As of year-end, there were more than 445,000 solar electric systems generating clean, renewable electrical power in the U.S. That amounts to more than 12,000 MW of PV and 918 MW of CSP capacity–enough for some 2.2 million average U.S. homes, according to the GTM Research-Solar Energy Industry Association’s (SEIA) “Solar Market Insight Year in Review 2013.”
Solar accounted for 29 percent of all new electricity generation capacity added in 2013, second only to natural gas, which accounted for 46 percent. In the aggregate, 2013 statistics indicate that solar energy is on the cusp of going mainstream in the U.S., if it isn’t already there. A geographic breakdown of solar installations shows that this is indeed the case, but only in a few U.S. states.
Any form of economic decision-making–whether to invest in a coal mine or solar power project, to buy this brand of good or product or that–comes replete with trade-offs, particularly when it comes natural resource development. We rely on markets and private sector businesses and investors, working within the context of public sector governance, to guide and approve, or disapprove, of those decisions.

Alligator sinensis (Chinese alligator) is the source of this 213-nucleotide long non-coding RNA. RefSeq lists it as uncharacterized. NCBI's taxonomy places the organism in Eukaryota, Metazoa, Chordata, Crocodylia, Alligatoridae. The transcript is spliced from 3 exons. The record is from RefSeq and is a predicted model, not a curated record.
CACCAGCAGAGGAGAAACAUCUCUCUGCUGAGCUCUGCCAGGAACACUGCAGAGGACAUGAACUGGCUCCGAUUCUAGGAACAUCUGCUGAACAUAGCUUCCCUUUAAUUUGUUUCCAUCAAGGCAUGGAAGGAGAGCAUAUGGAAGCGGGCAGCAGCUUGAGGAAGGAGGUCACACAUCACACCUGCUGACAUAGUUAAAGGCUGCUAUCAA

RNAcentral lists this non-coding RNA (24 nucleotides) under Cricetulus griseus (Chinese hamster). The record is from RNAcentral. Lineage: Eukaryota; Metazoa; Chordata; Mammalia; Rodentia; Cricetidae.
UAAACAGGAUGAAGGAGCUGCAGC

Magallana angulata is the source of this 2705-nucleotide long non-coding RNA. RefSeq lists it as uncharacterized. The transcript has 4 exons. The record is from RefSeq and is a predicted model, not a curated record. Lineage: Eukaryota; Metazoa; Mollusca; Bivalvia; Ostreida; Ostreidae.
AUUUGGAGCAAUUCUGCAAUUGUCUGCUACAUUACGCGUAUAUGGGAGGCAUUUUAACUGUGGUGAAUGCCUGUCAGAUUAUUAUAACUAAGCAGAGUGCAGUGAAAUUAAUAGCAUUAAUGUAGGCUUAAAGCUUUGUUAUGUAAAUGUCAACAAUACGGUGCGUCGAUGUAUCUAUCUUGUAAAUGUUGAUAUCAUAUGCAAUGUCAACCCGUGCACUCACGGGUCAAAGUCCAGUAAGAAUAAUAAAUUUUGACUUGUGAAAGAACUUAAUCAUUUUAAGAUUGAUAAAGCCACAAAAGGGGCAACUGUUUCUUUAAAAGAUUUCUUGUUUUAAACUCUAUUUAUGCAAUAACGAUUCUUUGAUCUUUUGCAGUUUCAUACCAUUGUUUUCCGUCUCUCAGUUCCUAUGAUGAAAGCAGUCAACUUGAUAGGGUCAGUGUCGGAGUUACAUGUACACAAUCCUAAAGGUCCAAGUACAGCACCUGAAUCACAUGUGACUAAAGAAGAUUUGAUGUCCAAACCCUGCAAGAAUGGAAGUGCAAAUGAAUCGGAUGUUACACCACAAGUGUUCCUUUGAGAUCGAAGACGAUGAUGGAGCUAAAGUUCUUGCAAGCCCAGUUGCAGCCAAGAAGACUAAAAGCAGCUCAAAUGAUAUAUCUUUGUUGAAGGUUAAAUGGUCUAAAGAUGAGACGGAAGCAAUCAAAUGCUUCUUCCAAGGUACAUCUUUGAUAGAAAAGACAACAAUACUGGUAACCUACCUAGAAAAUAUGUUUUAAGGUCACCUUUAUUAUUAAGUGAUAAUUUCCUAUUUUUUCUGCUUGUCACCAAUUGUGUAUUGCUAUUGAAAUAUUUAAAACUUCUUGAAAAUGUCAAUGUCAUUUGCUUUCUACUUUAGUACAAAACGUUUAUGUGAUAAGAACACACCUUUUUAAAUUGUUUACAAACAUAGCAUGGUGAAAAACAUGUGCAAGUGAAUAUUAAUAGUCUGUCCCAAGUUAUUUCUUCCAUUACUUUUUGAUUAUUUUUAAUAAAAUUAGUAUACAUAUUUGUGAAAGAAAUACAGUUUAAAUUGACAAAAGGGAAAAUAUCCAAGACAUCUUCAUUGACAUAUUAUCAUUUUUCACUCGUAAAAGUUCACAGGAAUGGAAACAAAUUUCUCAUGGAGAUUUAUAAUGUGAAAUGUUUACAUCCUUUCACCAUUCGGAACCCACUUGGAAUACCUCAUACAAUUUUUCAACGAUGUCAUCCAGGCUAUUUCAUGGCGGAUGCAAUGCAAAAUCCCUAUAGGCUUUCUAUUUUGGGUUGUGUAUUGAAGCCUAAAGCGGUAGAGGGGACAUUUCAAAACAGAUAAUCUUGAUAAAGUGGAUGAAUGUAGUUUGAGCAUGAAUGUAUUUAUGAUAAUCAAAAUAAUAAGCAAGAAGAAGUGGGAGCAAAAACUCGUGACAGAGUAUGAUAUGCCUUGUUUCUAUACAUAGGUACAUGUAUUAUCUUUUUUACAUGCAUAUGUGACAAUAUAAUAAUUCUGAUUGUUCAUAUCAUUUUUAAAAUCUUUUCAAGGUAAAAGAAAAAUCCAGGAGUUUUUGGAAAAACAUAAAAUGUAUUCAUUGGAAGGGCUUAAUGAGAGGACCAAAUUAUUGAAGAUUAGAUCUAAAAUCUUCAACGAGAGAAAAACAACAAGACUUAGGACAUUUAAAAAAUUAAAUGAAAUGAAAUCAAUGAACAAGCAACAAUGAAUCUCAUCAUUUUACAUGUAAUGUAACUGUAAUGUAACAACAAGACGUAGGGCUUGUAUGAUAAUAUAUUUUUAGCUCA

Such trade-offs are clearly in evidence in Alaska’s Bristol Bay watershed, one of the world’s richest, most productive and few remaining wild salmon fisheries. Bristol Bay is also the site of the proposed Pebble Mine, envisioned by project developers as one of the world’s largest open-pit copper mines.
Concerned about Pebble Mine’s impact on the Bristol Bay fishery and watershed–which provides basic ecosystem services, such as water, food and shelter, and sustainable livelihoods for communities throughout the area, the Environmental Protection Agency (EPA) this past week invoked Section 404(c) of the Clean Water Act in initiating a process “to identify appropriate options to protect the world’s largest sockeye salmon fishery in Bristol Bay, Alaska from the potentially destructive impacts of the proposed Pebble Mine.”